documentation, and care planning processes have been made in all 11 of the nursing
facilities that participated in the ISIS-led project.
Cost Savings. Another
important indicator of the potential for sustainability is the cost of the
interventions, and specifically, any savings that the interventions yield for
providers. Lehigh Valley Hospital and Health System, for example, calculated
the financial costs of the intervention to physician practices and showed that
the patient diabetes education groups with a minimum number of patients could
generate enough billable revenue to sustain the program without the PFQ-funded
certified diabetes educators. CHCA demonstrated that the adverse drug events
prevented saved between $1.7 and $3.1 million. The catheter-associated
bloodstream infections avoided by one of CHCA's collaboratives was estimated to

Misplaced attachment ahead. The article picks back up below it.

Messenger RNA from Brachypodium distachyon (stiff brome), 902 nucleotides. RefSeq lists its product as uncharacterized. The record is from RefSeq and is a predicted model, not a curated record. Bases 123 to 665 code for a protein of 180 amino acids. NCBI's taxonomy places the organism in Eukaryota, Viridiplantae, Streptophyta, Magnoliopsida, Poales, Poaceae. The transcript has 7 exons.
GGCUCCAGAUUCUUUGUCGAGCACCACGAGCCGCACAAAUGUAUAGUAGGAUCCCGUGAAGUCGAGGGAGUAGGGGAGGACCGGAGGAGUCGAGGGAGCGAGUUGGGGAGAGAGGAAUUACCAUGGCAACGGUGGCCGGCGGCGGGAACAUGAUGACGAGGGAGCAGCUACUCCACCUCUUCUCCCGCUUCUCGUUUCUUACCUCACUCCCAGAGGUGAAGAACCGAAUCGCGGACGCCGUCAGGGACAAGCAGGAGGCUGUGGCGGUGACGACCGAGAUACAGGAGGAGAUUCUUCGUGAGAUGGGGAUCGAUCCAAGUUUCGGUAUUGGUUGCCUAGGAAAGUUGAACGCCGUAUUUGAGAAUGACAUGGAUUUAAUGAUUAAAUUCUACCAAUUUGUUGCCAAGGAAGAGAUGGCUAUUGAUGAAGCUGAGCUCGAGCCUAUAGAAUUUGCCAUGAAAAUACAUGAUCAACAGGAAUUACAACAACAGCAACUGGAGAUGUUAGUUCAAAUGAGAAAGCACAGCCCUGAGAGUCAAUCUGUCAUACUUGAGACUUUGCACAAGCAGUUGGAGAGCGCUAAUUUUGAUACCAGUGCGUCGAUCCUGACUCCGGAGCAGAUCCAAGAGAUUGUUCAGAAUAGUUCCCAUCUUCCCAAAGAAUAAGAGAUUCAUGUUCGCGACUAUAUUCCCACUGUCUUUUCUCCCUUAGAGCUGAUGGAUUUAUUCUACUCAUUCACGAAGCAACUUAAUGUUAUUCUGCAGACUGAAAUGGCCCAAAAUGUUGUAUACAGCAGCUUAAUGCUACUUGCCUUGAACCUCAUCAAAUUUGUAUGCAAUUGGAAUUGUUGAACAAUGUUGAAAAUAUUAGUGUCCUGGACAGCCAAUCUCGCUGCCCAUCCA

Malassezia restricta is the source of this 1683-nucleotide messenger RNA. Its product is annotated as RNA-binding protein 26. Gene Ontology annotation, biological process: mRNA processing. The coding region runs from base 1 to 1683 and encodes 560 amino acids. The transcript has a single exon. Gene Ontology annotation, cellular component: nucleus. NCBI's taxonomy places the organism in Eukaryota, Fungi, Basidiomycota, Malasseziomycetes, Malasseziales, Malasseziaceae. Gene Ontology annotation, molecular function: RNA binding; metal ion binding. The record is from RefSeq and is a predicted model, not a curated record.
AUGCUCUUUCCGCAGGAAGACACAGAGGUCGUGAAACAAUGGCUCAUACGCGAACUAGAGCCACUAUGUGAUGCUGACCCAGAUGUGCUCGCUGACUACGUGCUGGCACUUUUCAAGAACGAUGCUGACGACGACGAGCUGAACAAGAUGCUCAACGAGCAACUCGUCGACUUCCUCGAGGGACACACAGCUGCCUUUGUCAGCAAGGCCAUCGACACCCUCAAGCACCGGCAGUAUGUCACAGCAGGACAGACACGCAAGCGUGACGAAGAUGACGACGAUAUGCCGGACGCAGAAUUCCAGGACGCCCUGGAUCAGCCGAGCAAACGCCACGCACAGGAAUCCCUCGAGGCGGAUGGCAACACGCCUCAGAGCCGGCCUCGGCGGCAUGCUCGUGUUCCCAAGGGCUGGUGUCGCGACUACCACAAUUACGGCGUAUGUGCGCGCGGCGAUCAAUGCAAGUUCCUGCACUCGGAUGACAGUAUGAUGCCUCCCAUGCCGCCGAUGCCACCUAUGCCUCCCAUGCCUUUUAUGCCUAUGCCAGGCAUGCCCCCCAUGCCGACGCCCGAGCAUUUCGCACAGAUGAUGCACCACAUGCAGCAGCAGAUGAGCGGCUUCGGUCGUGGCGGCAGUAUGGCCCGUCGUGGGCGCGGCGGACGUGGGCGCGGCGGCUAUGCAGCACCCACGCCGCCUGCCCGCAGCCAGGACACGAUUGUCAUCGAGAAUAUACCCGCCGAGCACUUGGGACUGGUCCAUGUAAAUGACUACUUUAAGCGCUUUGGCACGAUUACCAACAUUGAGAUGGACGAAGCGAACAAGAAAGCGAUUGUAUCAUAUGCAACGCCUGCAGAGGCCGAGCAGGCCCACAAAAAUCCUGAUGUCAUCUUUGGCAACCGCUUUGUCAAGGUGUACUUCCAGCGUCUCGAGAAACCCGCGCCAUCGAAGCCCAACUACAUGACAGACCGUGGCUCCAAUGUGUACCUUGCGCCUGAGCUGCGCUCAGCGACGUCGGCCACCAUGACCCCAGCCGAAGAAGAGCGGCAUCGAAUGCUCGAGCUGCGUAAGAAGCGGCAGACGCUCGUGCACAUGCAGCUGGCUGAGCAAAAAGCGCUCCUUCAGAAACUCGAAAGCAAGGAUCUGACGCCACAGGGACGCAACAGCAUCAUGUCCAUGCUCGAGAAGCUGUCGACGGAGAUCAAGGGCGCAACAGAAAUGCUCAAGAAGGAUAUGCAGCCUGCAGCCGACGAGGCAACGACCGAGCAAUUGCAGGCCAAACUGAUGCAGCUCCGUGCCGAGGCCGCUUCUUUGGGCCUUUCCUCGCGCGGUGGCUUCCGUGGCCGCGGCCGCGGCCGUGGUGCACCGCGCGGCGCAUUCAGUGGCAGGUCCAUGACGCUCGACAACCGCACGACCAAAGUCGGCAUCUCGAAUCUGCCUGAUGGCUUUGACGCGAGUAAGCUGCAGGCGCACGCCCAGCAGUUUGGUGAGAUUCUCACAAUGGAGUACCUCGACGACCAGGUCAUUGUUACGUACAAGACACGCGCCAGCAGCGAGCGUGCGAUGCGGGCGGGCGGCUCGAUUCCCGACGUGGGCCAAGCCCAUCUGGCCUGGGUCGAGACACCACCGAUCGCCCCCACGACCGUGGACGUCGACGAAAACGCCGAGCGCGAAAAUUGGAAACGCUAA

save the hospitals almost $1 million. Catholic Healthcare Partners program,
however, showed the difficulty of introducing a program that reduces hospital
admissions because it lowers hospital revenue.
of Broader Diffusion
all PFQ projects have begun to disseminate the results of their projects to via
journal publications and presentations at conferences. This is important to
establish the credibility of the project's approach in professional circles,
and it may be very useful to project investigators when they seek another AHRQ
grant, or funds from other sources. However, this is arguably the most passive
approach to dissemination, one that AHRQ was trying to diverge from in the PFQ